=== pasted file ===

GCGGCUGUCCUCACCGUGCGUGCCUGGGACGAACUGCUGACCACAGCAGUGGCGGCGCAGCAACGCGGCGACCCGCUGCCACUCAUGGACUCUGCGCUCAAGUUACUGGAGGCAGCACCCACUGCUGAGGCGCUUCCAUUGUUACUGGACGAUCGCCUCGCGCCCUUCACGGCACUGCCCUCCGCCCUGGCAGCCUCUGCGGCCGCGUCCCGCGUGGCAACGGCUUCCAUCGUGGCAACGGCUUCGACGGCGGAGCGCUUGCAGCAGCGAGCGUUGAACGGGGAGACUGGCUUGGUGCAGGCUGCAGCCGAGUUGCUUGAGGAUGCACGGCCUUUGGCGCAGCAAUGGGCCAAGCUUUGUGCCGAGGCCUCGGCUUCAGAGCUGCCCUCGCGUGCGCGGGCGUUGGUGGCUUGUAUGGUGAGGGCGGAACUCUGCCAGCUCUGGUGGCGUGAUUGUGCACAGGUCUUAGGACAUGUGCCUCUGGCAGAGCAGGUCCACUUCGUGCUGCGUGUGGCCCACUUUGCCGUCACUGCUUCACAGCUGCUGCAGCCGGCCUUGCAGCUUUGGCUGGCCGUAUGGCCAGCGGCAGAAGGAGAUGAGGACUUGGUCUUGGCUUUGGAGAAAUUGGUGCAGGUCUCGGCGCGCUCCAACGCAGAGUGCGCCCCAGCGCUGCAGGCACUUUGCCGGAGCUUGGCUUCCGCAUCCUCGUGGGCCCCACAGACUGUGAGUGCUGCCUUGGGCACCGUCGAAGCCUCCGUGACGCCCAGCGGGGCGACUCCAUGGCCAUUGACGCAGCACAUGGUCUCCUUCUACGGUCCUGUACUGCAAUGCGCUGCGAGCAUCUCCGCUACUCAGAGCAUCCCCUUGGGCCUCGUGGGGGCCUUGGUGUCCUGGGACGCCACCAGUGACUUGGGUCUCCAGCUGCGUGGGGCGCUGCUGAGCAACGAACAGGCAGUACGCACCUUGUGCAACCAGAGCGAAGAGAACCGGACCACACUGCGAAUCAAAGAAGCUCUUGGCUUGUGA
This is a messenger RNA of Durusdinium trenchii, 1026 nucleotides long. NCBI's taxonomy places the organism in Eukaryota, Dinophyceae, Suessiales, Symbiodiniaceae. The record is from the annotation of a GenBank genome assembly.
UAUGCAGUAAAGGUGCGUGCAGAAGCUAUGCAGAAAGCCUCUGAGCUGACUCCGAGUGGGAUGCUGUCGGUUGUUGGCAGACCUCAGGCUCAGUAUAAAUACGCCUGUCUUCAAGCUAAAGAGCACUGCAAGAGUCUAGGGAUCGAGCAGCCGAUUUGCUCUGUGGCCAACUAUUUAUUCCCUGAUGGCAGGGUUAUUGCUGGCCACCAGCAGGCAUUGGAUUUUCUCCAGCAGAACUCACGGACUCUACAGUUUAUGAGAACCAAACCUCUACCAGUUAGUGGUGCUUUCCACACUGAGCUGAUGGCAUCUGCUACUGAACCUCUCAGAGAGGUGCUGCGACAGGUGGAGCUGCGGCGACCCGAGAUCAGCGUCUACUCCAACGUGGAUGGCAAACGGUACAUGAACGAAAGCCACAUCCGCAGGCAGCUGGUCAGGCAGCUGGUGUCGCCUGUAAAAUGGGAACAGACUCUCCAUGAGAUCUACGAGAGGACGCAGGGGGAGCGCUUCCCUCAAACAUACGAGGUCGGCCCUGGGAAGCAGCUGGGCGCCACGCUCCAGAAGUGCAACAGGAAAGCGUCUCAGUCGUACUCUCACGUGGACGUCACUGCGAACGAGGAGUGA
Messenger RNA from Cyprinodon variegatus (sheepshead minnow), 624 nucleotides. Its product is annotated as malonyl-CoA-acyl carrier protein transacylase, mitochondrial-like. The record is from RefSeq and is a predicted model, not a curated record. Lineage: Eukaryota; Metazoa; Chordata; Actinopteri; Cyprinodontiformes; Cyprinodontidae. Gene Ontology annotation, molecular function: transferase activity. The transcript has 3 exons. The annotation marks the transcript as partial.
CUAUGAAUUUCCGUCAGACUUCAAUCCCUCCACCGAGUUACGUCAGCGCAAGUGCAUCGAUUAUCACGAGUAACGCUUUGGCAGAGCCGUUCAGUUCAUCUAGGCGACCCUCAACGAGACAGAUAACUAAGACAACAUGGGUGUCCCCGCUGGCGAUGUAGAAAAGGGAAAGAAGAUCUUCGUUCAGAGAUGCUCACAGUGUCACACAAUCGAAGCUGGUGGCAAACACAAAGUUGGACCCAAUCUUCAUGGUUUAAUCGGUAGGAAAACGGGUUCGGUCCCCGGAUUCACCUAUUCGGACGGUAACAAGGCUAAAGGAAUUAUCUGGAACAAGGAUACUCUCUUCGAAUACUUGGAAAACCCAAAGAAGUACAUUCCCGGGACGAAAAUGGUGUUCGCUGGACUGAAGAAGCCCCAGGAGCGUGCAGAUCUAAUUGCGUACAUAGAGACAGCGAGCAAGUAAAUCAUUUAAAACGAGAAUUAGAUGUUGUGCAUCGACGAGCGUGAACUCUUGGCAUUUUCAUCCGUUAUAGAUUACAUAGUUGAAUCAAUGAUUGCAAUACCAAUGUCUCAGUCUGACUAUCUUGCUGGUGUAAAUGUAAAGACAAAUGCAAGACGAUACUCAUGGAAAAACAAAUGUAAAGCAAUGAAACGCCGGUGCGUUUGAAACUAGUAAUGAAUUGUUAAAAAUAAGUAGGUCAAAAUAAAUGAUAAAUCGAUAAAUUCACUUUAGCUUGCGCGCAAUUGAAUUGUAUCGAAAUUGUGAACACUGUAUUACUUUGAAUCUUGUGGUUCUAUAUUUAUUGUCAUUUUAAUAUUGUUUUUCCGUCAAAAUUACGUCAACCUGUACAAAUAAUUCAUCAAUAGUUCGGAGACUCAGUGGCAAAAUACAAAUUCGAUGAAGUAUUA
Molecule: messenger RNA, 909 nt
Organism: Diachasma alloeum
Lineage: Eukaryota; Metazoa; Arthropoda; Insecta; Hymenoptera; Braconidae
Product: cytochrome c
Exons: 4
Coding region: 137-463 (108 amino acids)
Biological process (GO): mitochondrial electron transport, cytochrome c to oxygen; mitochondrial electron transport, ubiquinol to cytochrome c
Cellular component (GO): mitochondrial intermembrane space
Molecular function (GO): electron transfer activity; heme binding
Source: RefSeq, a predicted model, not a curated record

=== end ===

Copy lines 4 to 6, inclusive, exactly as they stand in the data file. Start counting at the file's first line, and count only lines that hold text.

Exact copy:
Messenger RNA from Cyprinodon variegatus (sheepshead minnow), 624 nucleotides. Its product is annotated as malonyl-CoA-acyl carrier protein transacylase, mitochondrial-like. The record is from RefSeq and is a predicted model, not a curated record. Lineage: Eukaryota; Metazoa; Chordata; Actinopteri; Cyprinodontiformes; Cyprinodontidae. Gene Ontology annotation, molecular function: transferase activity. The transcript has 3 exons. The annotation marks the transcript as partial.
CUAUGAAUUUCCGUCAGACUUCAAUCCCUCCACCGAGUUACGUCAGCGCAAGUGCAUCGAUUAUCACGAGUAACGCUUUGGCAGAGCCGUUCAGUUCAUCUAGGCGACCCUCAACGAGACAGAUAACUAAGACAACAUGGGUGUCCCCGCUGGCGAUGUAGAAAAGGGAAAGAAGAUCUUCGUUCAGAGAUGCUCACAGUGUCACACAAUCGAAGCUGGUGGCAAACACAAAGUUGGACCCAAUCUUCAUGGUUUAAUCGGUAGGAAAACGGGUUCGGUCCCCGGAUUCACCUAUUCGGACGGUAACAAGGCUAAAGGAAUUAUCUGGAACAAGGAUACUCUCUUCGAAUACUUGGAAAACCCAAAGAAGUACAUUCCCGGGACGAAAAUGGUGUUCGCUGGACUGAAGAAGCCCCAGGAGCGUGCAGAUCUAAUUGCGUACAUAGAGACAGCGAGCAAGUAAAUCAUUUAAAACGAGAAUUAGAUGUUGUGCAUCGACGAGCGUGAACUCUUGGCAUUUUCAUCCGUUAUAGAUUACAUAGUUGAAUCAAUGAUUGCAAUACCAAUGUCUCAGUCUGACUAUCUUGCUGGUGUAAAUGUAAAGACAAAUGCAAGACGAUACUCAUGGAAAAACAAAUGUAAAGCAAUGAAACGCCGGUGCGUUUGAAACUAGUAAUGAAUUGUUAAAAAUAAGUAGGUCAAAAUAAAUGAUAAAUCGAUAAAUUCACUUUAGCUUGCGCGCAAUUGAAUUGUAUCGAAAUUGUGAACACUGUAUUACUUUGAAUCUUGUGGUUCUAUAUUUAUUGUCAUUUUAAUAUUGUUUUUCCGUCAAAAUUACGUCAACCUGUACAAAUAAUUCAUCAAUAGUUCGGAGACUCAGUGGCAAAAUACAAAUUCGAUGAAGUAUUA
Molecule: messenger RNA, 909 nt